Post-NaNo Update: On Moving Pieces in Edits

Currently on p. 140 of about 248 in the Seeds of Blood rough draft. I got about 2/3 of a particular problem area resolved, then wrote a bit that is going to need some buildup to ring best. Rather than keep beating my head against that bit right now, I’ve skipped ahead a little to after one of the major chaos scenes in the story to fix a different problem.

Which is… interesting.

Not to give away too many details – in the original rough, “what is that thing?” was clarified waaaaaay too early. Yes, Myrrh had run into that particular kind of monster before. Myrrh’s over 17 centuries old. She’s run into a lot of monsters.

(Hmm. Shades of Ciaphas Cain, there. He’s run into – and tried to run away from – so many of the Imperium’s enemies, he sometimes has a hard time sorting out which one he’s up against this time.)

So. I rewrote places I’d been too specific, but first I copied and pasted those too-specific pieces into a separate file. Because now I’ve hit a point in the text where that Reveal has been made. Meaning I can take those pieces, shake them up, and rewrite them into “okay, this is what we know now that we know what it is.”

That’s what I’m currently working on. Because one of the things I’m trying to do with these stories is show human strengths against monsters. And one of the biggest advantages we have, ever since we first tied rocks on sticks, is not “more power!” It’s, “Okay, Thud, Grok; that big hairy thing with the swinging trunk takes time to swing around and trample people. So if we lure it over here where people can scramble up the slope, and then just harry it so we can force it to keep switching directions….”

Information. Strategy. That’s how humans beat any dragon.

And the consequences of not having information… well, they get in here too. Ouch.


10 thoughts on “Post-NaNo Update: On Moving Pieces in Edits

  1. And even though Cain might not be exactly sure what it is he’s facing, he’s got lots of transferable skills that help him stay alive while he’s sorting it out!

    Liked by 2 people

      1. Because she’s like a Grandmaster level hunter and so she’s got the spoons to focus on keeping people alive as opposed to having to put all resources into research and keeping her team alive?

        Liked by 2 people

      2. Precisely. Myrrh’s powerful enough, and knowledgeable enough, that most things are just not going to kill her without a lot of effort. So she can focus more on, “Do I absolutely have to kill it, or can we work something else out?”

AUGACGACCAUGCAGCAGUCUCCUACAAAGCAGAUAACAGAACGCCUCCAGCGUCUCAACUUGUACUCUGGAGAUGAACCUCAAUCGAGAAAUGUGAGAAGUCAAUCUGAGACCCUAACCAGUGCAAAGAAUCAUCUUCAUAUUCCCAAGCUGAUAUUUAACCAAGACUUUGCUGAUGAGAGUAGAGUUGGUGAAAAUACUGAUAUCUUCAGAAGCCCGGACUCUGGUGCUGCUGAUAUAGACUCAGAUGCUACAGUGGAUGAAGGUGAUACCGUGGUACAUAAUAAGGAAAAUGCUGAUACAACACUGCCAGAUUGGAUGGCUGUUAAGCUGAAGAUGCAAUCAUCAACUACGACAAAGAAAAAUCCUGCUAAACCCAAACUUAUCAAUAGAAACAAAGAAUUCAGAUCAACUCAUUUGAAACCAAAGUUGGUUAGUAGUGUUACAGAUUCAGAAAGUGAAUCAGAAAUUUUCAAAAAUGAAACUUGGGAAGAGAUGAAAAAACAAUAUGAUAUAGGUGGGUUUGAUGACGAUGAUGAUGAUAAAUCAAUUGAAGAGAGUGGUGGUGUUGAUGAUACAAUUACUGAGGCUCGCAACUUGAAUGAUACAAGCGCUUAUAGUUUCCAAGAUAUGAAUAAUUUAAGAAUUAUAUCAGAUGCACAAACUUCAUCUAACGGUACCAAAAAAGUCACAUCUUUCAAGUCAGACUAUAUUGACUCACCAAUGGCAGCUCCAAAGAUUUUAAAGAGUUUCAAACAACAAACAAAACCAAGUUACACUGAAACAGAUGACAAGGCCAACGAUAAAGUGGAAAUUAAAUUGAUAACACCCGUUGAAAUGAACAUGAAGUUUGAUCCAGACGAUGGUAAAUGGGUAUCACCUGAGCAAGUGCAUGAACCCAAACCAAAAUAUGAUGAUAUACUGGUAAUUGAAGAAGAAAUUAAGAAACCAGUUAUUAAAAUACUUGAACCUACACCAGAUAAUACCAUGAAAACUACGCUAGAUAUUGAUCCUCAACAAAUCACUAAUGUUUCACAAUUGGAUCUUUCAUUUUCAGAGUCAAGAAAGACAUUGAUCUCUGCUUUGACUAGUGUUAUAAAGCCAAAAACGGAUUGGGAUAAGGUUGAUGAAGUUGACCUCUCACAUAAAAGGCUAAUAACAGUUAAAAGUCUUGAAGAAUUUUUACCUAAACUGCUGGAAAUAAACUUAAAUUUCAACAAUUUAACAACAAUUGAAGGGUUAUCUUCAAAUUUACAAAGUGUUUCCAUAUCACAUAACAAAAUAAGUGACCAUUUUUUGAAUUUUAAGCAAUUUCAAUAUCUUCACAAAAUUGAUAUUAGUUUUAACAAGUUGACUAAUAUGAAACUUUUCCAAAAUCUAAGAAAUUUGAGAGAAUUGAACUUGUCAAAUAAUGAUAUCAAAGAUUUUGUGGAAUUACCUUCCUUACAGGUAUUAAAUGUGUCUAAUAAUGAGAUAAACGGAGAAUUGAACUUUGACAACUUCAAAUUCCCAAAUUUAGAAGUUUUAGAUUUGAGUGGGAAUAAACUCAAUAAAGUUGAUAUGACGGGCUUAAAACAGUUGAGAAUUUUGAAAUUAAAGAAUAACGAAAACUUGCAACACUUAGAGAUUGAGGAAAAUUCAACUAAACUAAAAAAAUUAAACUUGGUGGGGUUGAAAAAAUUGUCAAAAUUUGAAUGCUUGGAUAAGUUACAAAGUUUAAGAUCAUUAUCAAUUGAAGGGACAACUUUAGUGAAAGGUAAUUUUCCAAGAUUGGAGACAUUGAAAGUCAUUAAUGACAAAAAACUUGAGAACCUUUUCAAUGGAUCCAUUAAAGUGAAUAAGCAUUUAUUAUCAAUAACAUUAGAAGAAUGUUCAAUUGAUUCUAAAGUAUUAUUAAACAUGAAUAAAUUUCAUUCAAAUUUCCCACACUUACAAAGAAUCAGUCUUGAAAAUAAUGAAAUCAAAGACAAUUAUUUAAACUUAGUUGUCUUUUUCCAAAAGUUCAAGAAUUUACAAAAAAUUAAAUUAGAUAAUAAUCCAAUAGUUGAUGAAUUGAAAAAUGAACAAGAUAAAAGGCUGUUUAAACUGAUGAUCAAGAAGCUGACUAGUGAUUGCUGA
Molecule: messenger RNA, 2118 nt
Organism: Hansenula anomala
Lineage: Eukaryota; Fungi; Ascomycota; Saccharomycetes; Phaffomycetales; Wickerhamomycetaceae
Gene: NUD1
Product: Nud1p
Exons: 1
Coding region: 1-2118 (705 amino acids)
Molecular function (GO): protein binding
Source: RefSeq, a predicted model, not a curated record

Liked by 1 person

  2. These insights into what you are doing and why you are doing it are like getting a Master’s level course in the mechanics of writing a good story. Far back in time when I was a lowly English Lit major we did a lot of “what did the author mean by this” (always a fun guessing game) but I don’t ever remember a lesson on story mechanics. It’s fascinating. I may never write my own stuff, but I’ve changed how I view and read stories. Thank you very much.

    Liked by 2 people

    1. Thanks! Though I keep just hoping to reach the level of “good story, keeps people reading.”

      BTW – I strongly recommend “No Plot No Problem” and “Wired For Story” as books to help poke at what makes a story work. Because epic prose, subtle story arcs, Themes – none of them make a difference if the brain goes “Yawn. Bored now. Zzz. TV?”

      And if you’re willing to have your brain eaten… there’s always the TVTropes site. I’m listed there as Vathara, for various fanfics.

      (It’s addictive. It is. But it’ll tell you a lot about what we recognize in all kinds of stories, and why, and gives loads of examples!)

      Liked by 2 people

  3. I started reading TVTropes because of Count Taka and you, you evil person! My real work continues to suffer…

    As far as I am concerned, you’ve gone far past “good story person” and, yes, I know Vathara. Have I told you how much I enjoy your Saiyuki fics? And “Tatterdemalion?” and “Witchy Woman?” Okay, stopping here in case I come across as a stalky person. (Although “Stalky and Company” got me through a tough adolescence.)

    Thanks for the recommendations. I will poke. I’m familiar with “Yawn, bored” although my trigger tends to be more “WTF? OMG, you can’t possibly be that f**king stupid!!! Goodbye.” Throw said book against the wall. Happens more often than I like these days. I tend to latch on to authors that don’t *do that!*

    Liked by 3 people

      1. I dunno, Dorothy Parker has eloquence; but for sheer horror my favourite is still ‘I’d say it should be burned but that would be an insult to fire!

        Liked by 1 person

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